Can’t sleep so I’m looking at prints and plants (at Sight Unseen Offsite)
INSUFFICIENT DATA FOR MEANINGFUL ANSWER
i know i’ve been posting a lot more than normal but i have two questions that i can’t get out of my head:
- why is industrial soap usually pink?
- why do i read books and stories, remember that i’ve read the book, but forget the plot?
the first question came to me because i was at stumptown on 8th street and the method soap in the bathroom was pink. you couldn’t see that it was method since the label faced the wall, but all i could think of was, ‘why, of all the colors in the universe, would they choose pink? this looks like industrial soap, like the kind in bathrooms with 1.5x1.5 inch tiles and rusted and chipped mirrors’. and then i jumped to ‘that pink can’t be a natural result of creating soap. why waste red dye (and money) on making soap pink?’
the second question is something that i’ve frequently wondered from time to time. i have a generally good memory - i can repeat an 8-number sequence in reverse back to you, but i can’t remember your name if you tell me it 3 times. i’m actually embarrassed to ask you to repeat it a 2nd time, but i’m sure if i asked you 3 times, i still wouldn’t remember it, unless you shared your name with my mom. reading “the last question" today (i remember that short stories are always supposed to be in quotes, versus longer stores underlined/capitalized), halfway down i felt that this story was very familiar. i couldn’t fully acknowledge i had read it once before until i got to the last sentence. in this case, i couldn’t even remember that i had read the book before. this second question is more sinister because it makes me wonder:  why can’t i remember what happens in any vonnegut stories? i know i’ve read so many, but i can’t remember a single thing about any of them. i can barely remember fahrenheit 451 and i had to read that for school; and  should i be re-reading these books?; and  did reading them the first time change me as a person? did this book change my writing style, or my outlook on life, or did i just waste 7 hours of my life reading a ‘classic’ book for the sake of reading?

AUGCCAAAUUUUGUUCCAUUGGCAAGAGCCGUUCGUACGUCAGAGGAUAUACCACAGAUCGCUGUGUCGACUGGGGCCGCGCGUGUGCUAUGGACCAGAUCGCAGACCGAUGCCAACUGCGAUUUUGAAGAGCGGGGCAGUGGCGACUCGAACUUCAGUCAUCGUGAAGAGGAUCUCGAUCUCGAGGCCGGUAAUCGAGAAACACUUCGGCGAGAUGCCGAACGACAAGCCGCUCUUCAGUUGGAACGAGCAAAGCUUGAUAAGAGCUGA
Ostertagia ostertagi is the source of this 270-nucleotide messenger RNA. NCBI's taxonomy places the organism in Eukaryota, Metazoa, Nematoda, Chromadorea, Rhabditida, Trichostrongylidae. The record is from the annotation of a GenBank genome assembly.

Phoebe Philo’s Prophetic Fashion
By WHITNEY VARGAS
February 14, 2014
At Phoebe Philo’s Céline, boundary-breaking fashion is secondary to the meaning behind the clothes.
That is what Phoebe Philo’s clothes for Céline make you feel. Not romantic, like Valentino. Or dark and edgy, like Saint Laurent. Simply invisible. A woman in a perfectly cut shirt and a pair of pants. And, oh, what a relief! Because we are busy. We work. We wipe our children’s mouths with the backs of our hands as we rush out the door. We don’t have time to consider whether our prints match or our buttons align. To try on different outfits each morning, like so many different personalities. To fuss and preen. That seems silly, somehow weak. Despite Philo’s many best efforts, there is a Céline uniform: large, slouchy trousers; a collarless shirt; flats; a tuxedo jacket — preferably in navy, black or cream. The clothes are quiet and not meant to make a statement. And so you look invisible. Able to be viewed for more than your surface appearance. This is power dressing.
The idea that quiet fashion now conveys power is ironic, given that for years that spot has been defined by bright colors, broad shoulders, wide lapels, cinched waistlines — caricatures of exaggerated severity. Since Philo took over as creative director of Céline six years ago, she has consistently designed collections that have changed the course of fashion, steering women toward a more classic and practical way of dressing. There are many designers who make beautifully constructed clothes of the highest quality, Philo among them. But her specialness lies in synthesizing how women want to dress with how they actually live their lives. And how we want to see ourselves: sophisticated, knowledgeable, not victimized by fashion. Increasingly, comfort is the ultimate commodification of luxury. At Céline, this has translated into silk pants that puddle at the ankles, roomy coats that borrow from men’s wear, even fur-lined Birkenstocks.